Recurrent depressive disorder (Dysthymia)

Dysthymia, or Recurrent depressive disorder, is a continuous, long-lasting (chronic) form of depression. You could become disinterested in routine of everyday activities, experience hopelessness, be unproductive, have low self-esteem, and feel insufficient all around. Your studies, employment, relationship and daily activities may be greatly hampered by these symptoms, because it persists for years. Symptoms of persistent depressive disorder typically appear and disappear over years, and their strength can fluctuate. However, symptoms generally last for longer than two months at a time. Additionally, significant depressive episodes may start or continue to exist alongside persistent depressive disorder; this is known as double depression.

Symptoms

(A)Depressed mood for the most of the day, on the majority of days, as shown by either personal experience or third-party observation, for at least two years.  The duration must be at least one year and the mood can be irritable in children and teens.

(b)presence of two (or more) of the following while depressed

  • persistent feelings of sadness or emptiness
  • loss of interest in activities
  • difficulty concentrating or making decisions
  • irritability or anger
  • changes in appetite or weight
  • fatigue or lack of energy
  • feelings of worthlessness or excessive guilt
  • changes in sleep patterns
  • anxiety or restlessness
  • unexplained physical pains or gastrointestinal disturbances
  • suicidal thoughts or attempts

(C) The significant distress or impairmentin social, occupational, or other important areas of functioning.

Causes

Even though a cause for recurrent depressive disorder has not been identified, scientists think that genetics, hormones, and brain chemistry may all play a role. Furthermore, it has been demonstrated that people with depression have different physiological characteristics in their brains from people without the condition.

Depressive illnesses have a high probability of recurrence, which has prompted substantial research in this field. Only a few risk variables have been identified in studies to predict whether someone will have repeated depressive episodes despite the fact that many risk factors have been investigated in this regard (degree of the initial depressed episode)

Concurrent disorders that increase the risk of psychological distress include severe depression, dysthymia (permanent moderate depression), and anxiety (i.e., a tendency for anxiety, depression, self-doubt, and other negative feelings) tense living circumstances (sadness and other mental illnesses run in the family)

Recurrent depressive illness may be more likely to occur in people who use drugs, have experienced discrimination, or were abused as children, according to some studies.

Treatment

When a person is going through an active depressive episode, medication and psychotherapy are the most typical and efficient treatments, much like for most other types of depression. This course of treatment may continue for several months, or at least until the symptoms are easier to control. When the recurrent depressive episode is deemed to be in remission, psychotherapy may be discontinued, but the patient may continue taking medication to guard against future episodes.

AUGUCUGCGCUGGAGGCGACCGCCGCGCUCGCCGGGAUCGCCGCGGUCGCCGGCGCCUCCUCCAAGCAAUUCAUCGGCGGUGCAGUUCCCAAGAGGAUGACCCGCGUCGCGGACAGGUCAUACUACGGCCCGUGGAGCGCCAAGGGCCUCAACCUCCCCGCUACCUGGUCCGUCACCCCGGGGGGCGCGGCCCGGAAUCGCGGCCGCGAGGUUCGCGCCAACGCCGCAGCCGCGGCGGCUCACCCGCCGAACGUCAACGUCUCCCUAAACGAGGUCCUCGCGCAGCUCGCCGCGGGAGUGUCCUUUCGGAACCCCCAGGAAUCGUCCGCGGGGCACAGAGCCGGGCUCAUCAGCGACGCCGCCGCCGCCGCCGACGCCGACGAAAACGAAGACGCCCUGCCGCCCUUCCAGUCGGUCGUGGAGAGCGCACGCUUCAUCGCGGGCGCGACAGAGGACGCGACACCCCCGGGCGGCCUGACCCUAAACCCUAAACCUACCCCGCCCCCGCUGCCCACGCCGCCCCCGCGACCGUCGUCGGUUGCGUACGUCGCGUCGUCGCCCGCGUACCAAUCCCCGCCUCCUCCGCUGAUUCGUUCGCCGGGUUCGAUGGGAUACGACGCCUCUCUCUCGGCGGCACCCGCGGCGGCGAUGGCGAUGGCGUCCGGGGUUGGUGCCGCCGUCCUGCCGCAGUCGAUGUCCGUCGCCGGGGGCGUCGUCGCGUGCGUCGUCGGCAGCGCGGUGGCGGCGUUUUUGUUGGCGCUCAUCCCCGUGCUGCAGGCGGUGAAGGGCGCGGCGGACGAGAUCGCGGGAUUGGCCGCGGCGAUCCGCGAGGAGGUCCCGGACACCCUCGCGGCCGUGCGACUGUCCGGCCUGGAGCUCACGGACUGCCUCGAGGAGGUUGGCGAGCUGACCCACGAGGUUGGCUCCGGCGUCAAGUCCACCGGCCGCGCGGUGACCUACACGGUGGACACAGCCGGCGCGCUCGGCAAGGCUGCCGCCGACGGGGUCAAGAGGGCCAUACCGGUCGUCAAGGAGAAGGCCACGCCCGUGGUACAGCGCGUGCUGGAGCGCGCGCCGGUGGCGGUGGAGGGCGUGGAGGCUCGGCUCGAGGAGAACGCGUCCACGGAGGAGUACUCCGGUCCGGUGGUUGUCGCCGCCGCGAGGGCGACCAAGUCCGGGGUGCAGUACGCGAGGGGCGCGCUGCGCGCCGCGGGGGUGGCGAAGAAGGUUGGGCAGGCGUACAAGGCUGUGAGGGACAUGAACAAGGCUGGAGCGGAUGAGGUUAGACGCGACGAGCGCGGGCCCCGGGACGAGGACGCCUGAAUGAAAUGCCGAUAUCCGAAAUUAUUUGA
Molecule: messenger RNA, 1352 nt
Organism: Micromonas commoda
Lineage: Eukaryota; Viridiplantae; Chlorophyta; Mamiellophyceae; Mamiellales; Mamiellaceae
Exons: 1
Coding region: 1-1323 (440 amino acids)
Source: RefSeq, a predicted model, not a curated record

Drug-Based Maintenance Therapy

In order to prevent a relapse following a depressive episode, it is typically advised that drug therapy be continued for at least a year after the person feels better. Those who have a history of concomitant depressive episodes following the withdrawal of medication, however, may require pharmacological intervention for years, if not for the rest of their lives.

Prolonged Psychotherapy

Even while psychotherapy is often stopped once a patient feels better, some research suggests that continuing treatment, particularly with cognitive behavioural therapy, can help prevent recurring depressive episodes.

Electroconvulsive Therapy

Shock therapy, also known as electroconvulsive therapy, may be used as a last resort for people who have failed many rounds of medicine and psychotherapy. Even though this treatment has a high chance of success, it can initially cause disruption in a person’s life. It is not advised to continue receiving electroconvulsive therapy to maintain gains. Instead, it has been demonstrated that using specific drugs after the initial shock therapy is useful in lowering relapse.

For many people, major depressive disorder (MDD) can be a chronic or even lifelong condition. Maintenance therapy is designed to prevent relapse after people with recurrent depression have reached remission. Patients who still experience symptoms, deal with persistent psychosocial stressors, or have coexisting conditions are good candidates for maintenance therapy. Experts in the treatment of depression debate issues related to maintenance treatment in the conversation that follows, including treatment duration, medication dose, psychotherapy, and electro-convulsive therapy (ECT). Additionally, recommendations are made for enhancing subthreshold depressed symptoms and treatment compliance

Facts

A lifetime of dysthymia is also extremely prevalent. estimated  to be between 2.5 and 6 percent Dysthymia typically lasts 4 to 5 years, however it can last for 20 years or longer. Over a 7.5-year follow-up period, chronic stress has been proven to make symptoms worse. Over 50% of patients who seek treatment had an onset before age 21, and dysthymia frequently starts in the teenage years. A 10-year prospective analysis of 97 people with early-onset dysthymia reported that 74% healed during that time but that 71% relapsed, with the majority of relapses happening within the first three years of follow-up.

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piyush sharma
Author: piyush sharma

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